When dealing with installations near metallic magnetic structures, it’s always very important to minimize any potential interference on the instrument’s compass. If this is not handled correctly, the quality of the data may be negatively impacted.
For autonomous applications, the compass calibration procedure is often more than adequate to handle magnetic interference from small local sources, and so it is not addressed here. Here we address a different type of potential interference, which is the one caused by a large structure near the instrument’s installations. Below is a typical example of such installations.
AWAC mounted on monopile and platform
In this case, the AWAC’s compass will be affected by the steel of the platform. This will in turn affect the computed velocity directions in the ENU coordinate system, including the wave direction as well.
In this case, our recommendation is to setup the AWAC to collect data with ENU as normal. Unlike other applications, setting it up in XYZ is not advisable because the correction is much easier later on and we will not be running into any matrix conversion problems. So once the AWAC is mounted and in position, you will need to measure the AWAC's real heading by using some form of external source, preferably something that is not affected by the local magnetic field, such as a GPS compass. The difference between this value and what the AWAC reports will be the bias (offset) introduced by the local magnetic interference and it will need to be added/subtracted from the reported estimates.
If using our post processing software like Storm, SeaState or QuickWave, this is easily done by inputting the offset in the "Compass Offset" field for the applicable software. But, if the customer is using a ProLog and outputting the processed data to any other type of system, such as their own software or datalogger, then they will have to do this computation on their own.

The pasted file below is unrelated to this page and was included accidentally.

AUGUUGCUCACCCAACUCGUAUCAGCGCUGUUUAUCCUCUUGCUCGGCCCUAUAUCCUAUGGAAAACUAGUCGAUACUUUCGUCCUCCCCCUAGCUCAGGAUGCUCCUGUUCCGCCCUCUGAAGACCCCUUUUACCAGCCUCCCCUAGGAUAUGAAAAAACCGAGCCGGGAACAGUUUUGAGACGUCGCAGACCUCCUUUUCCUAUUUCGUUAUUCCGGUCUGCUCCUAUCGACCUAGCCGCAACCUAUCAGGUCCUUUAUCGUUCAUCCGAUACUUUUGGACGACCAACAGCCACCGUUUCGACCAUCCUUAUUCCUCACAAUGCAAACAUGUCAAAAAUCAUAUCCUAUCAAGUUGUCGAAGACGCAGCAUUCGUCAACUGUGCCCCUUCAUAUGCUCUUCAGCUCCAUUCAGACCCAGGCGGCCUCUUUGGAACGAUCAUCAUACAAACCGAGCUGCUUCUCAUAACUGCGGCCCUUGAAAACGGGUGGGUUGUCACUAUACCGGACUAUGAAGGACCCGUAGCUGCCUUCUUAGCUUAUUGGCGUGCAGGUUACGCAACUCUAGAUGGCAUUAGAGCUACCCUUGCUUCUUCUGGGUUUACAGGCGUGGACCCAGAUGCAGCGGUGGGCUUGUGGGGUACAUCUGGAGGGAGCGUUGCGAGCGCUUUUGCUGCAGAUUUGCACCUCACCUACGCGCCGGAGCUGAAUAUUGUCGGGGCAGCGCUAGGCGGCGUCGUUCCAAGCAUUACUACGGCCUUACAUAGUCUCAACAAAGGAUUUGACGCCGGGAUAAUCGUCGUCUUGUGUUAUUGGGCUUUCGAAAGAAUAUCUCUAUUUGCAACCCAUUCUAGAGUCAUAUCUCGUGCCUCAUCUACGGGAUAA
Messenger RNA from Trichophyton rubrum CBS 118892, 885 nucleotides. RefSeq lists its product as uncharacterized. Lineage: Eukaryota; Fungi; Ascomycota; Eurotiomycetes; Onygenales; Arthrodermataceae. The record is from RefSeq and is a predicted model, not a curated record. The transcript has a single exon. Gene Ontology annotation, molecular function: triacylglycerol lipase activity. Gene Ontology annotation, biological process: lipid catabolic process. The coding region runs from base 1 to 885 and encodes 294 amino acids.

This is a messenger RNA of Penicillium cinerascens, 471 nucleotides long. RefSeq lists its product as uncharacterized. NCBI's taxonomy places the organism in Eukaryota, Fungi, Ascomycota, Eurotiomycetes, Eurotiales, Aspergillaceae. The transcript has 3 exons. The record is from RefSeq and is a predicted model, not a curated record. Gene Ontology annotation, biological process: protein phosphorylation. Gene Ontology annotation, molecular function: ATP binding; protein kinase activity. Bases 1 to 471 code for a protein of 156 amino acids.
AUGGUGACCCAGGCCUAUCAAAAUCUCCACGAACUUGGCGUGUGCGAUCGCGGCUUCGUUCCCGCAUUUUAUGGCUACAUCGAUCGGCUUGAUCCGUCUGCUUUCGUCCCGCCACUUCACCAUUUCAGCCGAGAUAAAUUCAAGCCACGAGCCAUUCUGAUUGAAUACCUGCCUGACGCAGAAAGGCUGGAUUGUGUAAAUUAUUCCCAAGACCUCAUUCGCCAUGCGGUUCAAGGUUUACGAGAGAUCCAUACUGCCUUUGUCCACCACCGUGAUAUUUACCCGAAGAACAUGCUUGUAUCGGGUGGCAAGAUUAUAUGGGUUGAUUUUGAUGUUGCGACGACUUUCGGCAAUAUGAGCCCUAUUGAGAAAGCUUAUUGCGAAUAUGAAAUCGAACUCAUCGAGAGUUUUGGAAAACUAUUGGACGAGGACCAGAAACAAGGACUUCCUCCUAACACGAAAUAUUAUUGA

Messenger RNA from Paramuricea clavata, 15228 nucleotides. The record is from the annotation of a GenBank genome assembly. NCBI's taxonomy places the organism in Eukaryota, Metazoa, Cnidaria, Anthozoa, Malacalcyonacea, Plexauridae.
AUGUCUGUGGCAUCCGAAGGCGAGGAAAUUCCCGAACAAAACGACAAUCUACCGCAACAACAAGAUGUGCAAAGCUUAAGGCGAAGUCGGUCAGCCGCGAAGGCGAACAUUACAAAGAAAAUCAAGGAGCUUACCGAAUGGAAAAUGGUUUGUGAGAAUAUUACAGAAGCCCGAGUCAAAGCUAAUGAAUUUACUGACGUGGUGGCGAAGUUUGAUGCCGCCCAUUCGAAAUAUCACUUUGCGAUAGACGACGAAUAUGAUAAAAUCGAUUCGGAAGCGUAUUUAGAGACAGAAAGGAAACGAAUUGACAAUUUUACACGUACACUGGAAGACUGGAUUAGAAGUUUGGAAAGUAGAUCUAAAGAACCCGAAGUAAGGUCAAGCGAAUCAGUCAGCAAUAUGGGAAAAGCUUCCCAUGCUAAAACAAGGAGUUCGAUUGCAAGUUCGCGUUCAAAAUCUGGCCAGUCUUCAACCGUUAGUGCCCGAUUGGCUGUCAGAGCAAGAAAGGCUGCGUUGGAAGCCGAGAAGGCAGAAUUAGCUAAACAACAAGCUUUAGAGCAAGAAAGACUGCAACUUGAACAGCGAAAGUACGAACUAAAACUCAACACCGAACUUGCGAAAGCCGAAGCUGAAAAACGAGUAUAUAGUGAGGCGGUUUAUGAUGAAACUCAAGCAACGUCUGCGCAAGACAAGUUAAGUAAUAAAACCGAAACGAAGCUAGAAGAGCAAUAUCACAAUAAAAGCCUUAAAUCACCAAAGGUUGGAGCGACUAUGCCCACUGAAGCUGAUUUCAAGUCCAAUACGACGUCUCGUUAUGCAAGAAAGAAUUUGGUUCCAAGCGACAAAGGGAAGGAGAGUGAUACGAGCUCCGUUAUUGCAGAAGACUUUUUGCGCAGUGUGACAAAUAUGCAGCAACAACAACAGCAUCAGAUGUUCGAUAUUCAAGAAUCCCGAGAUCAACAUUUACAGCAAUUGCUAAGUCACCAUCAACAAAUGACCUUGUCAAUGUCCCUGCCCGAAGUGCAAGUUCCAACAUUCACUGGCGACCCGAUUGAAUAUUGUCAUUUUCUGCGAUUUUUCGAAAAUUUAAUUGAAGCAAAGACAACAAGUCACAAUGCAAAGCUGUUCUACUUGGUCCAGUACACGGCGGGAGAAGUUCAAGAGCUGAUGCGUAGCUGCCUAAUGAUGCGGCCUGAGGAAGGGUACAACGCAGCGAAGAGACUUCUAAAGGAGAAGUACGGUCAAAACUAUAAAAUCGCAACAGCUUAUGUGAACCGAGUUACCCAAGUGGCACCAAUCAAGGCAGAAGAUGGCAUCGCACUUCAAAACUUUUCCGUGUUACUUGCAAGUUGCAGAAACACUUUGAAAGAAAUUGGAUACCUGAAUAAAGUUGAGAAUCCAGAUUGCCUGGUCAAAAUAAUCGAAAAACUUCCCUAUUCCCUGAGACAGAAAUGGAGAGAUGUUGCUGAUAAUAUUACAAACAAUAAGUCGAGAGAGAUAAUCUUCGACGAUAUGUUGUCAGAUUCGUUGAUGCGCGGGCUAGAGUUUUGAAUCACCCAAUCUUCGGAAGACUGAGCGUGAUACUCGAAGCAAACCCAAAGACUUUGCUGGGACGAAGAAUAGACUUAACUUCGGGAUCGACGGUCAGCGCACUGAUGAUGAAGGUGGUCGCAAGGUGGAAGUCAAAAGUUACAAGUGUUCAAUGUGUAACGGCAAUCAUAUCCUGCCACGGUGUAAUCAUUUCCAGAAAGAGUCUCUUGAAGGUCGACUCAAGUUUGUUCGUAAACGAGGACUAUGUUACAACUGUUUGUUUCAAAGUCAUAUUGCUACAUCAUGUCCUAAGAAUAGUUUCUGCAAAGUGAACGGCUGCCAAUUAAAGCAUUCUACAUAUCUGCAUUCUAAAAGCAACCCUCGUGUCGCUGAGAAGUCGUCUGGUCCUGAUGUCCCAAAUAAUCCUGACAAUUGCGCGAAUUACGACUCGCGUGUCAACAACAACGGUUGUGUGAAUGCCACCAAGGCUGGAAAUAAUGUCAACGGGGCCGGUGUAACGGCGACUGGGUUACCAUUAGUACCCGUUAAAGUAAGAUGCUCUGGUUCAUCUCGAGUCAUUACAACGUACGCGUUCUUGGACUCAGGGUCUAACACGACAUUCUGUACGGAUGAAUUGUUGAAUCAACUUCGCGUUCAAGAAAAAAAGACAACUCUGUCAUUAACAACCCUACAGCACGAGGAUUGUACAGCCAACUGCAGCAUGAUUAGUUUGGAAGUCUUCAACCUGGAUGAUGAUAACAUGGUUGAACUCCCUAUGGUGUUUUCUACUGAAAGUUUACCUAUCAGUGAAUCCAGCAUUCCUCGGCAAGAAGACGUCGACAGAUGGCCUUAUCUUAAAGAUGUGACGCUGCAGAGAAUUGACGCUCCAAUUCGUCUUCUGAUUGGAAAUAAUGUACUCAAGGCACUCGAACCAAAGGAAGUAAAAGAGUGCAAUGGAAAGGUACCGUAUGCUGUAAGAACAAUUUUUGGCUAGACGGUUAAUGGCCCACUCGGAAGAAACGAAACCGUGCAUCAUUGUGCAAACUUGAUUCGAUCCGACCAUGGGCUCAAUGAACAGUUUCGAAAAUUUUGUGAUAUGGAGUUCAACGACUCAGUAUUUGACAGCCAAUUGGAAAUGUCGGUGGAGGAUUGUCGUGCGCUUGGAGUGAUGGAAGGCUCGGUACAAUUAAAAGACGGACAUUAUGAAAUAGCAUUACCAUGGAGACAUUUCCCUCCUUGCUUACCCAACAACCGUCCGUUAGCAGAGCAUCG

Thankfully, this computation is a straightforward process of a simple Cartesian conversion. It is just a matter of first determining the offset (as explained above) and then adding this value to all of the directional estimates of current and wave direction. For example, if you mount an AWAC on a steel pylon and the compass heading says 140°, yet the externally confirmed value is actually 90°, then they will have to add "-50" degrees to all directional estimates of waves and currents.
Most operational users will likely report data as "speed and direction", so the above conversion applies. However, most "scientific" customers like to report velocity in East and North coordinates. In this case, it's still straightforward, but slightly different. They will have to recalculate with a sin(50) and cos(50) multiplier to the original East/North data.